4. It was a typical annual get-together at the burning sacrifice with the relatives, sitting and watching the Druids perform their wonderfully detailed rituals. The women had brought the usual picnic. Trust Bradán, the moaning sod, to ruin it.
    “Where’s the applesauce, Genovefa?”
    I heard his request and poked Genovefa with a stick.
    “Applesauce? I thought I…oh. Sorry, left it. The kids were playing ‘hide the acorn’ and I…”
    “What? Oh, Genovefa, how can I eat my pork without applesauce?”
    Bradán started to whine. Another of the women tried to help him out.
    “I got some cranberry.”
    “It’s not the same! Oh, you’ve brought me to abject despair, you really have! How can I enjoy this poor man burn without applesauce on my pork?”
    “There, there, Bradán. Look, his arm has fallen off first. That’s different from last year.”
    “I don’t care! Oh, how could this have happened? No applesauce!”
    “Bloody hell, Bradán, put a rag in it!”
    “Oh, the pain! Pork without applesauce!”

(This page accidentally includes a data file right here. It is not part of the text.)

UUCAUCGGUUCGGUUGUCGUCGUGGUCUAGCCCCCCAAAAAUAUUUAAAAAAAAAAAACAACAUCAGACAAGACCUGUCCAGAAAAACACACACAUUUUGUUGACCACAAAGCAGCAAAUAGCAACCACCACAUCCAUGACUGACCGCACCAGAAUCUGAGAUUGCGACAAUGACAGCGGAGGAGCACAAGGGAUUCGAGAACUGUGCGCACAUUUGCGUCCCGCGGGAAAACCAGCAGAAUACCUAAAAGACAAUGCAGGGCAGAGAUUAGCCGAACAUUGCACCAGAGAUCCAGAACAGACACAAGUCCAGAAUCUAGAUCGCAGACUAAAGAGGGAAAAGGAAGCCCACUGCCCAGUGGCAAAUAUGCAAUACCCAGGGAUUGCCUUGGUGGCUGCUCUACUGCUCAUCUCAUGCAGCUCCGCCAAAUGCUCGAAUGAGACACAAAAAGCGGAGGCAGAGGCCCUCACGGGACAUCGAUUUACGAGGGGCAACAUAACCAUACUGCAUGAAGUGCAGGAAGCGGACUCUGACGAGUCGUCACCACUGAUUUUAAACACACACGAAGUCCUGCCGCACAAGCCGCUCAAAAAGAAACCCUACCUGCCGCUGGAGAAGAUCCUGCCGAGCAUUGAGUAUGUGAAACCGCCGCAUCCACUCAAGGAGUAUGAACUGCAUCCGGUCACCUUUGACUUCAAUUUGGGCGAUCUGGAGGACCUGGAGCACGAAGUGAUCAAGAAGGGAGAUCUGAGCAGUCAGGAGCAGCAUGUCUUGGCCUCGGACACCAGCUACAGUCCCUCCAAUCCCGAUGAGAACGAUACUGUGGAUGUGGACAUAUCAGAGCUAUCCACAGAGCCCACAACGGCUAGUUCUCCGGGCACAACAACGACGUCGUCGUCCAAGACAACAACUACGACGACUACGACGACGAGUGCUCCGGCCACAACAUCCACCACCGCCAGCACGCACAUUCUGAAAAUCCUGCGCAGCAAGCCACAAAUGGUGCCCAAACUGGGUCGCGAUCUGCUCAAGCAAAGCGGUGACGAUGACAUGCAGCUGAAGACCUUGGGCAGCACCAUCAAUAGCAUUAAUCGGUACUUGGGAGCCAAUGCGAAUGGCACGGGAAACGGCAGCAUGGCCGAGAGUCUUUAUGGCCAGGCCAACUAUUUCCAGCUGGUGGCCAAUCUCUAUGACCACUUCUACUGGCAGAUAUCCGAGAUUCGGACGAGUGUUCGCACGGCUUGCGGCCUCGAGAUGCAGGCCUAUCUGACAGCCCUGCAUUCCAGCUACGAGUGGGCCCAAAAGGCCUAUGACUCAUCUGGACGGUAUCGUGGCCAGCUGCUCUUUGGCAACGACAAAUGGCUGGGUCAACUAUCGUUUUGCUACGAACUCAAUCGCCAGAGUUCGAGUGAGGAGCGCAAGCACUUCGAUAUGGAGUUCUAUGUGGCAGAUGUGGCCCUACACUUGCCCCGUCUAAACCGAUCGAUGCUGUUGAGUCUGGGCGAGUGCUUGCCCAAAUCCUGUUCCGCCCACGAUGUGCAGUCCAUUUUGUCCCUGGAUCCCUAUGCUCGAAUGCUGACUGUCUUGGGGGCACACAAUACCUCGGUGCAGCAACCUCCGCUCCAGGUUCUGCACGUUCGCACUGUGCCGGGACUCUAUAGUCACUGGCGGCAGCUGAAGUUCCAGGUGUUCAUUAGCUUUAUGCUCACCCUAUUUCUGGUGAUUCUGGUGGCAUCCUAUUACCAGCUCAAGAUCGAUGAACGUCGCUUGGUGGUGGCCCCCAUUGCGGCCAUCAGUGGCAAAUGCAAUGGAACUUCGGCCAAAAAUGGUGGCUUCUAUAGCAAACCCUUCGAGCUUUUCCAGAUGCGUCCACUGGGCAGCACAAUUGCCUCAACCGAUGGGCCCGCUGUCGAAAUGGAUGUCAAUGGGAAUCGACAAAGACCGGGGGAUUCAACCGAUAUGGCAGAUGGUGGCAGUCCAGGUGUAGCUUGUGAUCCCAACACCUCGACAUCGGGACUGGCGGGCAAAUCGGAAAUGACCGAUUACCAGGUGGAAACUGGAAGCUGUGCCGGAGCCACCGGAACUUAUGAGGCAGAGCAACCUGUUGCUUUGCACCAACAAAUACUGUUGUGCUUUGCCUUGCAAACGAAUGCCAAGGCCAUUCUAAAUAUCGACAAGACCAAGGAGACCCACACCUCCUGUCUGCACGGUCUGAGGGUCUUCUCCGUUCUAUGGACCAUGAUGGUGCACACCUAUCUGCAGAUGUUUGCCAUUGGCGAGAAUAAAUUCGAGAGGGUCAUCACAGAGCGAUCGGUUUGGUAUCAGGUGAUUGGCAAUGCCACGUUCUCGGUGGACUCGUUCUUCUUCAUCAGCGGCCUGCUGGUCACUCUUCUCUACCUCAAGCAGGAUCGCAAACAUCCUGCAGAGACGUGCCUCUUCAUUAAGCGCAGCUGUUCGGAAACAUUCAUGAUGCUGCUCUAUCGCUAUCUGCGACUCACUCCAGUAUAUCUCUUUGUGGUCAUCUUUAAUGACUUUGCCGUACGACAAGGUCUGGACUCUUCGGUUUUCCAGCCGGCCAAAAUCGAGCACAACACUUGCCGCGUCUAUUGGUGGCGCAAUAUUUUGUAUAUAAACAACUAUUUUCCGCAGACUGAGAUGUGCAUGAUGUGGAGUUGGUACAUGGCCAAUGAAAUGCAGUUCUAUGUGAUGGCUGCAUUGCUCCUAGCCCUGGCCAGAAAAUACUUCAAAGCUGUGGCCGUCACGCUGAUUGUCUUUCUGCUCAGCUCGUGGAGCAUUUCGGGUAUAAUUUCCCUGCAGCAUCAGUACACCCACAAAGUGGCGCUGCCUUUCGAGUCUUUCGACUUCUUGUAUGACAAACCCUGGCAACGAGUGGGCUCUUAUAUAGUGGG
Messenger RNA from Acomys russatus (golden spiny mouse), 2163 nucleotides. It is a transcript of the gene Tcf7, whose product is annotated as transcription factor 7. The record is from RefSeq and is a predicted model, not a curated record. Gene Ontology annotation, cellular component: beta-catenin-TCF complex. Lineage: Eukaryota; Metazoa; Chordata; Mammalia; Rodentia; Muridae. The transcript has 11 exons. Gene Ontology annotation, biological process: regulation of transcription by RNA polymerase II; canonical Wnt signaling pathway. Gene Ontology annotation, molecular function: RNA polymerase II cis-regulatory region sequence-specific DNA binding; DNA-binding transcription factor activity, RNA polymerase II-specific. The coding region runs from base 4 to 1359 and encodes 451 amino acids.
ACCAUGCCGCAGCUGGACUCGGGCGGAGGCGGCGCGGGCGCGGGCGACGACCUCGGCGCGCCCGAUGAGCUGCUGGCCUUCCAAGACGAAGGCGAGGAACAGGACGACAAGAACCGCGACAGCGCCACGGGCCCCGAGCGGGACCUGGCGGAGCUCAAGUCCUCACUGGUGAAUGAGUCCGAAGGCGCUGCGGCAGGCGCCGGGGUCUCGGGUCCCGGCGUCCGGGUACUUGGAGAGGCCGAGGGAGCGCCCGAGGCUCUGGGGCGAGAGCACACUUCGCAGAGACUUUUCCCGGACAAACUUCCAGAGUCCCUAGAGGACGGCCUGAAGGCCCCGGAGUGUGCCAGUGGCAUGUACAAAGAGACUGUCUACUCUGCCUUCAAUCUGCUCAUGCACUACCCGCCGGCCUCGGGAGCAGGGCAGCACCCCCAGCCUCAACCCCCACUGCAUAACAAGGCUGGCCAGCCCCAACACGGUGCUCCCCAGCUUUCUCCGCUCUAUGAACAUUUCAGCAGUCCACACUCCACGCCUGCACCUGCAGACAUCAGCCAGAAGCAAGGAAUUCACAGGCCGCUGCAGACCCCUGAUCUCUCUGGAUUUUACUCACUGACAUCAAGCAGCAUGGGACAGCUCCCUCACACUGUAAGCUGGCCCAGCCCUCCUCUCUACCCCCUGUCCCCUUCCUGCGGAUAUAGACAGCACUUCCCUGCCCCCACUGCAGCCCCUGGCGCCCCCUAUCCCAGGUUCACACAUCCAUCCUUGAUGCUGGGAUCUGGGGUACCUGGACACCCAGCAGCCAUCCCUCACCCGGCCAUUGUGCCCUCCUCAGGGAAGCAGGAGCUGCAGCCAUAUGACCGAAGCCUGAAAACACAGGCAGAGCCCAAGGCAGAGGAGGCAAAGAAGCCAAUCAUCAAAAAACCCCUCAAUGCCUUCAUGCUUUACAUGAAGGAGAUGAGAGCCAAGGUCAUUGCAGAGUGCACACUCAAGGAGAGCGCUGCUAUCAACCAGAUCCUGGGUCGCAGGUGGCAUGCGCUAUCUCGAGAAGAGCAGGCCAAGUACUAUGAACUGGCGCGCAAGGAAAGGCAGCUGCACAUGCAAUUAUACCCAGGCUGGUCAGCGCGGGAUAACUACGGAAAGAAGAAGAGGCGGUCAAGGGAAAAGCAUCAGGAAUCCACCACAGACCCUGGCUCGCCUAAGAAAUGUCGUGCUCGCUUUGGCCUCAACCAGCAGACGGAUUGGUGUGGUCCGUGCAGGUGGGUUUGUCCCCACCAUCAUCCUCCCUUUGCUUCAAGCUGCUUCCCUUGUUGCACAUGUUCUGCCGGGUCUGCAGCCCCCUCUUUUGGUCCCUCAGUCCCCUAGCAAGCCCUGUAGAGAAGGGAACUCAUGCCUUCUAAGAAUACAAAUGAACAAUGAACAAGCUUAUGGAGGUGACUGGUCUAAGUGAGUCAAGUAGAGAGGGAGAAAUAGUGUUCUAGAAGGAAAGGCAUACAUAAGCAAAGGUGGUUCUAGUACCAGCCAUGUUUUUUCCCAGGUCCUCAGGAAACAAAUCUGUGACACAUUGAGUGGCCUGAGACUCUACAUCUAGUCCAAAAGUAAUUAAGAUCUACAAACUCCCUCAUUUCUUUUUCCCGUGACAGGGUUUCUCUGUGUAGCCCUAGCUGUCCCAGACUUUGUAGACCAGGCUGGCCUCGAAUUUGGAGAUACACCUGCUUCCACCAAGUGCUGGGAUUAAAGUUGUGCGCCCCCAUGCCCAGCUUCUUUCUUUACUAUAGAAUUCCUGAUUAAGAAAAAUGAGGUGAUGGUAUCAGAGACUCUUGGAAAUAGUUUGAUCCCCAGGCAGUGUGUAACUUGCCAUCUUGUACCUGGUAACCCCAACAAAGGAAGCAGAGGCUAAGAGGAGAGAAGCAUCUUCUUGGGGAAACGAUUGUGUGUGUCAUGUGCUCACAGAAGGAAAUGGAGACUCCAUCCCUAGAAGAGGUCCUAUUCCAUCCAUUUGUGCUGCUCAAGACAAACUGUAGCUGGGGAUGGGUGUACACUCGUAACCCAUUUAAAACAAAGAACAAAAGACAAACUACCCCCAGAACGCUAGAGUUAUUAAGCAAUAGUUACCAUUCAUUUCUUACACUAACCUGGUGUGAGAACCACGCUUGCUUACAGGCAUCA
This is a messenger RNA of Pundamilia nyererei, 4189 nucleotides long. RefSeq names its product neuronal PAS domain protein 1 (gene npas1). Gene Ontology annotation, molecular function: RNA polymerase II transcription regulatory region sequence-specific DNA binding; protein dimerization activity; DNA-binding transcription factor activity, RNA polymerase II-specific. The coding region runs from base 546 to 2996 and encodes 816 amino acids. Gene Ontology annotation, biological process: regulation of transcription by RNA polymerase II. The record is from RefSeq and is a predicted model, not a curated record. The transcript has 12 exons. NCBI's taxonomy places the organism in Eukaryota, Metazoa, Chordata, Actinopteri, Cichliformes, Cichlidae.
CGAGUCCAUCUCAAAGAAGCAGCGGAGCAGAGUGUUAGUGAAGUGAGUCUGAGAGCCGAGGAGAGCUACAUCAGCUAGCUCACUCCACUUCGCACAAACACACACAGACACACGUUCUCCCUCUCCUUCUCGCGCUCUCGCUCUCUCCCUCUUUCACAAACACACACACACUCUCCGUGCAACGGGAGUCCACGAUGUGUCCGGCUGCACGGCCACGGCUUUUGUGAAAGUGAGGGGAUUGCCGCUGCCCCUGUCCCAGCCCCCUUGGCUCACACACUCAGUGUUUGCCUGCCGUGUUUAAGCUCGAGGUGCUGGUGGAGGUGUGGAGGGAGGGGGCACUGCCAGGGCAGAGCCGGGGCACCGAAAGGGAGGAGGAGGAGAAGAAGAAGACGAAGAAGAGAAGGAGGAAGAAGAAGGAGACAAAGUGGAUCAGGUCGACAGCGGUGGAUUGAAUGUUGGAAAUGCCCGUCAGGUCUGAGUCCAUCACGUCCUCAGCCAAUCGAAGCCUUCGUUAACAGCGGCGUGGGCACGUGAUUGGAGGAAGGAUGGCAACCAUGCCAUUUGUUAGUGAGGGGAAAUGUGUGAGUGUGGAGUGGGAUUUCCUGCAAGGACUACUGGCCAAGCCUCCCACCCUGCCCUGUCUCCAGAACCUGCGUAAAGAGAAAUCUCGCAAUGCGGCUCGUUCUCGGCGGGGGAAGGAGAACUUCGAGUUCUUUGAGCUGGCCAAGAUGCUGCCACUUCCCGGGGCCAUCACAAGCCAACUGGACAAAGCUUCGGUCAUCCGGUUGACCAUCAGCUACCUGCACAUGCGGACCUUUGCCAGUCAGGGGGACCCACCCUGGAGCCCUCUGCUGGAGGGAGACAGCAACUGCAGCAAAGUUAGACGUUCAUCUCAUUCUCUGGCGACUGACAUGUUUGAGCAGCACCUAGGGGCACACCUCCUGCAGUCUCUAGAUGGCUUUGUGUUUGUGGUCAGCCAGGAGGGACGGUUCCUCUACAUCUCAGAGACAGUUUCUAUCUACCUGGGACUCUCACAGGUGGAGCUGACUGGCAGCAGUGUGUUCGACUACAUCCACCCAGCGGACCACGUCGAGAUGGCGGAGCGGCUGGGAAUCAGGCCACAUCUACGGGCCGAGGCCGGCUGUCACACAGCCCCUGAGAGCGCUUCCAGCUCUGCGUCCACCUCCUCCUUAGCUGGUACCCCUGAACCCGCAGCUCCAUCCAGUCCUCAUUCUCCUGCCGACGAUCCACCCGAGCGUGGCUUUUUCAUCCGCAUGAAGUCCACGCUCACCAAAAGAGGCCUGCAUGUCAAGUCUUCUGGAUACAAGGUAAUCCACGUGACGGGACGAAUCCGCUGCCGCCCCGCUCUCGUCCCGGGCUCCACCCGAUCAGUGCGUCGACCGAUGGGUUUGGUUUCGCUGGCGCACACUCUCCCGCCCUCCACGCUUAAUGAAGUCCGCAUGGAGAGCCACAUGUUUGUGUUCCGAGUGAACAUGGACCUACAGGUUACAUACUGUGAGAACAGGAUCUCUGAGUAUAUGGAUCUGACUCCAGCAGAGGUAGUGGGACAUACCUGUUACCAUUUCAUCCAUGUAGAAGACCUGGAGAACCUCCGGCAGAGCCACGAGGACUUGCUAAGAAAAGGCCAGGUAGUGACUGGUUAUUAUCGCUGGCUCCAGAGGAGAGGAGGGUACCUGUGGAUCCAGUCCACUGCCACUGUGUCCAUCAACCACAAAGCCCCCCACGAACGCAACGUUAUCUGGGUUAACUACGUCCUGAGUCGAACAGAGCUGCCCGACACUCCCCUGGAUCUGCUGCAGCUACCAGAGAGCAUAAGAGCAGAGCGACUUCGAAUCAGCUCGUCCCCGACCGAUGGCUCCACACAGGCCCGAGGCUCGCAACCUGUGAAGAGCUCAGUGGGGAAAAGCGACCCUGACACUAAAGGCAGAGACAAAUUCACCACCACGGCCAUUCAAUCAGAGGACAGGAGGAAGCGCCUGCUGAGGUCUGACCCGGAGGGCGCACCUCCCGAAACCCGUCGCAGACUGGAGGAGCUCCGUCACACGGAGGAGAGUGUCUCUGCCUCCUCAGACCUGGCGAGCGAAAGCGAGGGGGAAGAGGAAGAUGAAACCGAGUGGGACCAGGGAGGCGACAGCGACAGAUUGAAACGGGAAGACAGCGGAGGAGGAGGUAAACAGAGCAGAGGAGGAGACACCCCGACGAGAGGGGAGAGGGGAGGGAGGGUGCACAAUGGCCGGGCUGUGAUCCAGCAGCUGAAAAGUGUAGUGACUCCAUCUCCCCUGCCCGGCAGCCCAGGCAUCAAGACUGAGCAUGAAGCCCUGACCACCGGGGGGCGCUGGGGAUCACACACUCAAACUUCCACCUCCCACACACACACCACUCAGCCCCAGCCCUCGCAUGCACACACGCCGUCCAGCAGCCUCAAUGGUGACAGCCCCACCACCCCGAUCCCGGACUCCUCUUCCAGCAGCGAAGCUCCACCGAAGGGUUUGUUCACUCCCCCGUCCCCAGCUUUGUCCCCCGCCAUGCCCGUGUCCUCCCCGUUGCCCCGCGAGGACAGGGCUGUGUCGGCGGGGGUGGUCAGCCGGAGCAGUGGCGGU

“Shut up, you’re spoiling the sacrifice.”
    “Haerviu, go and take Bradán away, could you, dear? Let him go and sulk elsewhere, over by the crannog…oh look! His head has rolled off!”
    “Ah, the gods will be pleased.”

  5. I remember watching the first one go up back in ’86 somewhere near San Francisco, everyone dancing around the burning man and dog, everyone happy. I was only 8 years old when Aunt Marney took me camping on the beach and introduced me to Mr. Larry and the others. They talked about big, important things that gave me new ideas, like the visit by Halley’s Comet, and Ronald Reagan, and the explosion at Chernobyl. We helped feed everyone, at least everyone who asked, and I beamed at the praise. She let me mix the apple fritters, folding applesauce into the batter, then cooking them in a Dutch Oven over the coals after the fish were done. I was going to be an artist too, and I said so; Aunt Marney and the other talked about what a bright life I had before me.
    Aunt Marney is gone now, so too my marriage and any fragment of happiness I ever saw in the future. London said everyone follows his path of least resistance, but how I ended here, winning that scumbag’s freedom and being made partner and slave to this soul crushing job, makes me wish I fought a little harder.